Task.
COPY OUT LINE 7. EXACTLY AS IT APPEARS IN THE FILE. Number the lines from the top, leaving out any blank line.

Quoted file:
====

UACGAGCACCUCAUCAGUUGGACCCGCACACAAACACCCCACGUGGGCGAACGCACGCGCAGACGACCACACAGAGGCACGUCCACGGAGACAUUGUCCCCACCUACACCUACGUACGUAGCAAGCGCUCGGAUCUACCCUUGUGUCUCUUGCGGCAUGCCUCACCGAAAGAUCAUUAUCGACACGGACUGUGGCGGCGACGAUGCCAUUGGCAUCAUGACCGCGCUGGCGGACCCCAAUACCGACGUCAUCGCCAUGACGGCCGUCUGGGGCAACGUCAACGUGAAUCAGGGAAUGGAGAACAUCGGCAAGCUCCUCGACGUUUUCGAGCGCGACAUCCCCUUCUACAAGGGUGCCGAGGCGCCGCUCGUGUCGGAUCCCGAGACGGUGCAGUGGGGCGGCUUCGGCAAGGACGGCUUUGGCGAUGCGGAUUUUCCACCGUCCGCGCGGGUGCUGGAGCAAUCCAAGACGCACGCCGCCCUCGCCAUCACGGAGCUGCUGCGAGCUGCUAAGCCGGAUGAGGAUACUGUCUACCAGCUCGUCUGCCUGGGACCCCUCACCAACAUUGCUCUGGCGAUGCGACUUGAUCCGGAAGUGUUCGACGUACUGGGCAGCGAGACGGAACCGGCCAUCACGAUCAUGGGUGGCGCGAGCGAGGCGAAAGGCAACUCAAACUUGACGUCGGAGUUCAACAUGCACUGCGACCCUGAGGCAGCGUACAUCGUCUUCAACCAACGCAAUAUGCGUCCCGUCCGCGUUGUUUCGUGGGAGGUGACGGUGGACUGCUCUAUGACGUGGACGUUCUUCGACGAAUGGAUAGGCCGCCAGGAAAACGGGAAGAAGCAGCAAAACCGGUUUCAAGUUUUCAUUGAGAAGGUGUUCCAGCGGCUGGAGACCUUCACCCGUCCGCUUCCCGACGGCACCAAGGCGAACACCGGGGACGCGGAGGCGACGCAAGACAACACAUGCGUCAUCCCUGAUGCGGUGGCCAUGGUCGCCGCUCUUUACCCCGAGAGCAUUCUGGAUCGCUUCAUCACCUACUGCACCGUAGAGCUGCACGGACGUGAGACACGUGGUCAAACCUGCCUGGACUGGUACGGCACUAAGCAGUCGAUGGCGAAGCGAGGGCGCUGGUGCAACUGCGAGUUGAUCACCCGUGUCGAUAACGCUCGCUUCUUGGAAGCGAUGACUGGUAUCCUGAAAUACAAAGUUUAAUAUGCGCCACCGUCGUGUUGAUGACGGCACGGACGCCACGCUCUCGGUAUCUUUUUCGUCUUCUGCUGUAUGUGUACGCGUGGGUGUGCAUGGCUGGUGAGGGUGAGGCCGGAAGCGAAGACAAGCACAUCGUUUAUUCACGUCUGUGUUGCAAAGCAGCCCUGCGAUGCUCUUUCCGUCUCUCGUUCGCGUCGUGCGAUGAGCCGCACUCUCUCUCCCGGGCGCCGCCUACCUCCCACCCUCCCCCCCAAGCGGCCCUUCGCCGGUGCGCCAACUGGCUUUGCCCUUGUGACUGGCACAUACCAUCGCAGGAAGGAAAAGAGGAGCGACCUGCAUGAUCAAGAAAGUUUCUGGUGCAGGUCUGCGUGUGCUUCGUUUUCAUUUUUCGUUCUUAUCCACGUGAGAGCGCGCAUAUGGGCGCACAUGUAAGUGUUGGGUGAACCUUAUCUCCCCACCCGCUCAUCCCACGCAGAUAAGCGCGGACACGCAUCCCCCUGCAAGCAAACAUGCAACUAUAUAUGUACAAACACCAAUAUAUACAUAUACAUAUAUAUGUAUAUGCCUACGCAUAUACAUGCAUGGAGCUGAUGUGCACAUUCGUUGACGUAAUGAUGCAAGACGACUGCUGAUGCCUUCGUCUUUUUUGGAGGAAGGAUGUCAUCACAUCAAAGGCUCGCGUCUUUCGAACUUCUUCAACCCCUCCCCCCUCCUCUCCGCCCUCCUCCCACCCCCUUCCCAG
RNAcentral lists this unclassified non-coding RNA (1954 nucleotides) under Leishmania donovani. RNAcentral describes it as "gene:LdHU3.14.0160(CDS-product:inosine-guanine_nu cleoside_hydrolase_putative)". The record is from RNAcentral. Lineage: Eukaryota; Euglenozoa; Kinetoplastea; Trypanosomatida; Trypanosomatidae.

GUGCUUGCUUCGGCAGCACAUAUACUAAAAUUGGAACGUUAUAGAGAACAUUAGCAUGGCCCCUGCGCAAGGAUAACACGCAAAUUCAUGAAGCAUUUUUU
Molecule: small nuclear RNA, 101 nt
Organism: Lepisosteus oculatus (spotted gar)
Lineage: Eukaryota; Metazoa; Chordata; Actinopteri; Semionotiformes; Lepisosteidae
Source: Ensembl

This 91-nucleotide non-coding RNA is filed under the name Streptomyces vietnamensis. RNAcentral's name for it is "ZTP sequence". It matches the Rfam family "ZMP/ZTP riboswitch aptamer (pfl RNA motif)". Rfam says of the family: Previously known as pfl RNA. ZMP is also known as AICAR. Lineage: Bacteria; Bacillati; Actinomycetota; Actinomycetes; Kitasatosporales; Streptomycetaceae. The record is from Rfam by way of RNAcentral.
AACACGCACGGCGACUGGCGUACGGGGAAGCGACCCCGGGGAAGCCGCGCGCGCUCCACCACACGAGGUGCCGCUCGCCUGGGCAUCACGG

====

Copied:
Source: Ensembl